Jack was a fun, loving, and engaging child who grew into a caring young man who strove to love the people around him and to make his family proud. Jack was an active duty member of the US Army’s 10th Mountain Division, fulfilling a lifelong dream of being a member of the US Military. He was so proud to serve his country as a member of the Armed Forces. Sadly, the monster of addiction is aggressive and powerful. Jack fought long and hard against it and accomplished a tremendous amount in spite of it’s terrible lure. His family will forever be grateful to every friend, teammate and especially all of his family who supported him, encouraged him, and stood by him.
Jack is survived by his father, Patrick Keaney, his mother, Nina Ellen Keaney, his sisters Nora and Kate Keaney, his grandparents, David and Nancy Lewis and Dave and Christine Keaney, as well as many cousins, aunts, and uncles. Jack is also survived by the love of his life, Maegan Hunt of Egan, Minnesota.
In lieu of flowers, Jack’s family asks that donations be made in his name to St. Paul Sober Living, a recovery program that supported and assisted Jack and his entire family over the past two years. Donations can be made via PayPal to the email: Chris@stpaulsoberliving.com.
To learn more about St. Paul Sober Living, or if you or someone you know needs assistance, please contact: Christopher Edrington Executive Director: St. Paul Sober Living, Post: 569 Selby Ave St. Paul, MN 55102, Email: Chris@stpaulsoberliving.com, Mobile: 651.248.1996, Office: 51.636.SPSL(7775), http://stpaulsoberliving.com/
For online tributes please visit: www.waring-sullivan.com
- Patrick Keaney, Father
- Nina Ellen Keaney, Mother
- Nora Keaney, Sister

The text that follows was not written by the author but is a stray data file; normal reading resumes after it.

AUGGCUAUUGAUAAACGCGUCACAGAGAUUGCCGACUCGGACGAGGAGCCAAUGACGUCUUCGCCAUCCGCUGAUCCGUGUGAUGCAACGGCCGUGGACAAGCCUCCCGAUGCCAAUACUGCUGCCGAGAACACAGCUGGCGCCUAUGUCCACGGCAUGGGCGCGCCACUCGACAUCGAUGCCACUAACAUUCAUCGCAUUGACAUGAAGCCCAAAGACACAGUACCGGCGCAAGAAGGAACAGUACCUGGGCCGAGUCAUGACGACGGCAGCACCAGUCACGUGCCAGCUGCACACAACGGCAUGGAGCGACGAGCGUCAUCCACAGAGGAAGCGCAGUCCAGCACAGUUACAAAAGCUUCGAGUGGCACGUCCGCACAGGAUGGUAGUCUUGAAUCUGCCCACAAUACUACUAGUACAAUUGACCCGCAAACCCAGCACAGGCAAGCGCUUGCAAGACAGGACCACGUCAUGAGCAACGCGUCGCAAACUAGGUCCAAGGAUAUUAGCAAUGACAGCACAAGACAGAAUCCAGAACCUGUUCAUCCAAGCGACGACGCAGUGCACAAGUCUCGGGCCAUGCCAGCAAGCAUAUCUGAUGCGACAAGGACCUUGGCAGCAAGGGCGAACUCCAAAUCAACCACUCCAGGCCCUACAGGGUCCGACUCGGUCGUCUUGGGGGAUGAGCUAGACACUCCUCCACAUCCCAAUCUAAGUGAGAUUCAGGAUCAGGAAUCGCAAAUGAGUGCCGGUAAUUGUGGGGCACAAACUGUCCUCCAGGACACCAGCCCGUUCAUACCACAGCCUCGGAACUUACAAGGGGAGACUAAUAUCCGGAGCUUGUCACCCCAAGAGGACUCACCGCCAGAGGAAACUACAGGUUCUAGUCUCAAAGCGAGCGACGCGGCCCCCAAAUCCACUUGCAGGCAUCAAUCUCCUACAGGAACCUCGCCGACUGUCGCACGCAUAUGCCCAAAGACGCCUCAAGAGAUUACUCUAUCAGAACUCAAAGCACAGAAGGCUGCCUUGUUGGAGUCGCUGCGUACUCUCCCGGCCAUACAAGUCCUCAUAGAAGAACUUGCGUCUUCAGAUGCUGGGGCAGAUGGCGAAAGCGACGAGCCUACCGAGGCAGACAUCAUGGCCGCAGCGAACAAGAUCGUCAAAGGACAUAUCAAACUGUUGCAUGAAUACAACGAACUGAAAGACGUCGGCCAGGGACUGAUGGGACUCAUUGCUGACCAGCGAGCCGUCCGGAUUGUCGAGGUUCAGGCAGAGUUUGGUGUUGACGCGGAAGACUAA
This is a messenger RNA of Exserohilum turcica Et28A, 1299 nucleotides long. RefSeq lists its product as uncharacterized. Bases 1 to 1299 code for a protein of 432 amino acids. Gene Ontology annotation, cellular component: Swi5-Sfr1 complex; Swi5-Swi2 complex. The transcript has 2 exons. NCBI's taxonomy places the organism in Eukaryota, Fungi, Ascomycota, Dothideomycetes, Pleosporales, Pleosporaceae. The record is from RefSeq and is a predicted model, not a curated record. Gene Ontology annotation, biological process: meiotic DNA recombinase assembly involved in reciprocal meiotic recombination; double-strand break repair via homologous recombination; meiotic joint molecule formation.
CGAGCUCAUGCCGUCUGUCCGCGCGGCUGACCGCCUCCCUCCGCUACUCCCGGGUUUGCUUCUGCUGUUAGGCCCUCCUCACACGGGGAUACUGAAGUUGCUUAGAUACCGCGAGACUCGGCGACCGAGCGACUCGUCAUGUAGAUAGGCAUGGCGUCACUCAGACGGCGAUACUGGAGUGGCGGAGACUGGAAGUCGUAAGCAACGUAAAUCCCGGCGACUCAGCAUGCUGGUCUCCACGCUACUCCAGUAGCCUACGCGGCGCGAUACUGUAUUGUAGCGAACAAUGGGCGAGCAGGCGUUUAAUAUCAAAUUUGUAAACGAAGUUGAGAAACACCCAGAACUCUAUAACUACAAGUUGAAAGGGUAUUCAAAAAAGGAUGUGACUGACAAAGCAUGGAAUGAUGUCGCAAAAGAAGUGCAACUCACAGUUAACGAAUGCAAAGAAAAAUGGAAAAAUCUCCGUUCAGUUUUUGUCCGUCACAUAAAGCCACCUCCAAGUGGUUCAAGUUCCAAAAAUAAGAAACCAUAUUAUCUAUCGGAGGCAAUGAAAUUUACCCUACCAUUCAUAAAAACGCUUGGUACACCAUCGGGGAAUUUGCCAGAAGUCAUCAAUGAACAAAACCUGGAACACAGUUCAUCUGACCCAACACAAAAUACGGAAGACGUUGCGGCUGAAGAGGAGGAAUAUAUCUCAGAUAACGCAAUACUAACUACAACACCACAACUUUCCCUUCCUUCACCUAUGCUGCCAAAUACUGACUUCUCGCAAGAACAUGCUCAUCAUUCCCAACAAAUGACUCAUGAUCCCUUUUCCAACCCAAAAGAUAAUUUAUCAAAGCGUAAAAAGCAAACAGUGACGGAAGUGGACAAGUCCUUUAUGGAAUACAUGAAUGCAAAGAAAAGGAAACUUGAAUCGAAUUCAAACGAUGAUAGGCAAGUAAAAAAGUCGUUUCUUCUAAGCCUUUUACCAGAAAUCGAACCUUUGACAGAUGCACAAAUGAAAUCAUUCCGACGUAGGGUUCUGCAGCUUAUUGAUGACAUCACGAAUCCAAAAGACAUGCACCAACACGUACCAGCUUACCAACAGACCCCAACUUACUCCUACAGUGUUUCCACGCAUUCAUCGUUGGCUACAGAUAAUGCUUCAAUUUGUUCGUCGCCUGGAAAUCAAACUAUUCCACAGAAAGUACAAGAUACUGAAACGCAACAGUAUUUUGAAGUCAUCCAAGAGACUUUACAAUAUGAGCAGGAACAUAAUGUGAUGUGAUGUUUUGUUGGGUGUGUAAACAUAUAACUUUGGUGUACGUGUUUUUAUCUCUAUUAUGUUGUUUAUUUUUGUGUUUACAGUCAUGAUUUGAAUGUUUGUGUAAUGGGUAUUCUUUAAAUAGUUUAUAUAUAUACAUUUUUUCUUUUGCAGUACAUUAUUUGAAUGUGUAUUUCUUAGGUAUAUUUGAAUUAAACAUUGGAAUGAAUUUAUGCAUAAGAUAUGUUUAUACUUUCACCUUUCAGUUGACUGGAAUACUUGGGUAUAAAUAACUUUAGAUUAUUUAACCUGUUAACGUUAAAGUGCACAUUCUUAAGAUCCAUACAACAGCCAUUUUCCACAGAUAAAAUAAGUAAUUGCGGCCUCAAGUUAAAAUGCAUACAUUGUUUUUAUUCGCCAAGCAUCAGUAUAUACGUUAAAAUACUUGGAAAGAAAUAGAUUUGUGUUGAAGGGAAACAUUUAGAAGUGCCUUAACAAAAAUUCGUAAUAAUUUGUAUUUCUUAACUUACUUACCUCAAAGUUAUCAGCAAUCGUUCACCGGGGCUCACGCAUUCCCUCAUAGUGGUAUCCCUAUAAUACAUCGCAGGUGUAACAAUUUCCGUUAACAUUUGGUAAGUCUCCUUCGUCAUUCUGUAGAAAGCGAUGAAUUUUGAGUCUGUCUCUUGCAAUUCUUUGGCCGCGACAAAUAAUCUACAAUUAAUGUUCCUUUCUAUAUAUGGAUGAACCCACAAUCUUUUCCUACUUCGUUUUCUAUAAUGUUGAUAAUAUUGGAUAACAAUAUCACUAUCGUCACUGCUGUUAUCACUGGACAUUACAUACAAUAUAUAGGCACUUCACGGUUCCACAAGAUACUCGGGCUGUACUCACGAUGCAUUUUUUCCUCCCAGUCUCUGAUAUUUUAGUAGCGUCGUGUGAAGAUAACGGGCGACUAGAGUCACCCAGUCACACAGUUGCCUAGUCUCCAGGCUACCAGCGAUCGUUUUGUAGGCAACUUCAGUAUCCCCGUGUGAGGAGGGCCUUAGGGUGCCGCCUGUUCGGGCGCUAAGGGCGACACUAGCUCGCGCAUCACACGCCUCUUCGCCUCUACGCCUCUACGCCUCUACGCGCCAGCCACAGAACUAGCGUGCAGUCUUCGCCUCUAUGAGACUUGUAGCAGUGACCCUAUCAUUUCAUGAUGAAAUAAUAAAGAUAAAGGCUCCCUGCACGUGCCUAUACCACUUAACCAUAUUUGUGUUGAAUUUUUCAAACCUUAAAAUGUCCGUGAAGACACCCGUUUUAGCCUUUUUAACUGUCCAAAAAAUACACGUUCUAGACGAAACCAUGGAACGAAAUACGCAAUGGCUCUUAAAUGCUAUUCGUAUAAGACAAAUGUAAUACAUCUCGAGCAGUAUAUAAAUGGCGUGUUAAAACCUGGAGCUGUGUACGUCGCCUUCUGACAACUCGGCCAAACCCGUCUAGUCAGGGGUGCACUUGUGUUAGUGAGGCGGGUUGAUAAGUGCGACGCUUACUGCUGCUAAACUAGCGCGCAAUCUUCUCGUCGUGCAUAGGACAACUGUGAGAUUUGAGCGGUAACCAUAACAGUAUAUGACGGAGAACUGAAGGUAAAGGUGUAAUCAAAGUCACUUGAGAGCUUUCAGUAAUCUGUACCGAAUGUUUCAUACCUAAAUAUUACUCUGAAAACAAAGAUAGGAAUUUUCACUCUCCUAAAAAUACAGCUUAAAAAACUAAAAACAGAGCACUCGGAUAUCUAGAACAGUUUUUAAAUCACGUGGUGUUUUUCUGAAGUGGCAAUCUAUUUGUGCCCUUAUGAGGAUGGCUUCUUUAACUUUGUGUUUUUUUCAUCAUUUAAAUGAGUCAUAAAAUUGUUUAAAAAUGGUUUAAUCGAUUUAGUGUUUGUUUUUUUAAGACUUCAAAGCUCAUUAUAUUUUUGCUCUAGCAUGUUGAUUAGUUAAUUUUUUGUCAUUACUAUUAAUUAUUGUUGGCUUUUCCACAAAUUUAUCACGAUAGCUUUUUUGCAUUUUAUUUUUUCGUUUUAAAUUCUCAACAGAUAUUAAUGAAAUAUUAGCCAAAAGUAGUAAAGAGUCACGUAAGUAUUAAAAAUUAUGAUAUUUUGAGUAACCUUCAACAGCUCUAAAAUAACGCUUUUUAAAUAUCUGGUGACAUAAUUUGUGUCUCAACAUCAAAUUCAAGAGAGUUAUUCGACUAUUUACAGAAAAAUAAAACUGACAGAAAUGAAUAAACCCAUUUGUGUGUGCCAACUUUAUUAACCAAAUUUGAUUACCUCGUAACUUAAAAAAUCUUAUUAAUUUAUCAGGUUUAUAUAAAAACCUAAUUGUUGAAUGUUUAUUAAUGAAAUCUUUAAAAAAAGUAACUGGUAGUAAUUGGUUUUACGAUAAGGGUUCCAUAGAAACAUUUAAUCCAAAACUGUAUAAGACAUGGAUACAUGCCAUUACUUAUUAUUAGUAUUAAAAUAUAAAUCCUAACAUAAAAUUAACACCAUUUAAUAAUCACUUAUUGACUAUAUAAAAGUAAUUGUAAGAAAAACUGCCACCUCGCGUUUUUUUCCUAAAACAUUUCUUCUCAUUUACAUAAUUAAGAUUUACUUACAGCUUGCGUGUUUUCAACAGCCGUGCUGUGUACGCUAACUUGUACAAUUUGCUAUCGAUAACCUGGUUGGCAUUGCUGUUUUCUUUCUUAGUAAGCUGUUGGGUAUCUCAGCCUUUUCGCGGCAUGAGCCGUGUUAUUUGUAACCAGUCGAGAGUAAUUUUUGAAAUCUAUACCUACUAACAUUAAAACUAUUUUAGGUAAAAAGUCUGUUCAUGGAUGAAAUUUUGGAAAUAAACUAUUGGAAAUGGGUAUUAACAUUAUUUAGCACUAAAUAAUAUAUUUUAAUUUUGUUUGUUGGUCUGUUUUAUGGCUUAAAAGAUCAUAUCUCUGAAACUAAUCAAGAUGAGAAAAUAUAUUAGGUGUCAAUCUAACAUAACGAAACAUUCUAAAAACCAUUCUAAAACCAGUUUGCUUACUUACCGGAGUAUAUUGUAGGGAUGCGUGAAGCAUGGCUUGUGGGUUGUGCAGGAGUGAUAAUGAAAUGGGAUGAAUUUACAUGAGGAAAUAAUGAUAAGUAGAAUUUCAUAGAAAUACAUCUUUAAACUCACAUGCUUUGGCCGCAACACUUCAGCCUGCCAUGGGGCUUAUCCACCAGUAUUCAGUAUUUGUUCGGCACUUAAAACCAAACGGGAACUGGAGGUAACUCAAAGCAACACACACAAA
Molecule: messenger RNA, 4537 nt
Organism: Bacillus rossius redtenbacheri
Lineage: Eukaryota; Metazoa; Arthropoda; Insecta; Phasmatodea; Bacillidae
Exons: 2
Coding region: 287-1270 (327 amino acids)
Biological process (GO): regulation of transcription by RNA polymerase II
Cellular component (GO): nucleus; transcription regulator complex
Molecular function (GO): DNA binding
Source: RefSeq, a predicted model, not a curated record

- Kate Keaney, Sister
- David and Nancy Lewis, Grandparents
- Dave and Christine Keaney, Grandparents
- Jack is also survived by many cousins, aunts, and uncles. Jack is also survived by the love of his life, Maegan Hunt of Egan, Minnesota.
- Private Services
John "Jack" D. Keaney
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Collynn (Petey) Temple
July 31, 2018
Chris, Dave and family,
My sincerely sympathy to all, especially Patrick and Nina on the loss of Jack. May family, friends and memories fill your hearts during this very sad time. My family and I send you all our heartfelt condolences. It seems like only yesterday I saw Patrick as a young man himself and wanted to let you know you are all in my thoughts and prayers.
July 18, 2018
I was so sorry to hear of Jack's passing. Your tribute to him was beautiful and really helped me understand the fullness of his life and his character. I remember the early years that you so colorfully described, but now feel caught up on what I've missed. I'm sure it was excruciating to put the tribute together, but what a beautiful, vivid reflection of the wonderful young man he grew to be -- so much to be proud of. You will continue to be in my prayers,
July 15, 2018
Patrick and Nina,
Please know that you, and all your family, are in my thoughts and prayers during this trying time. May you find some comfort from the love and support of your friends and family. If there is anything I can do, please do not hesitate to ask.
July 14, 2018
Dear Patrick and Nina,
The obituary is a wonderful tribute to Jack and his life. Uncle Bobby and I were looking at the photos on your Facebook pages and Jack's curiosity and delight in whatever he was doing shown in every photo. Clearly he loved his family, and his family's love for him was clearly evident.
Jack will always be remembered by us, we send our prayers and hope that the joyful memories you shared in the obituary will be a comfort for you.
One question: why did he want a flamethrower?
Love, Uncle Bobby and Auntie Edie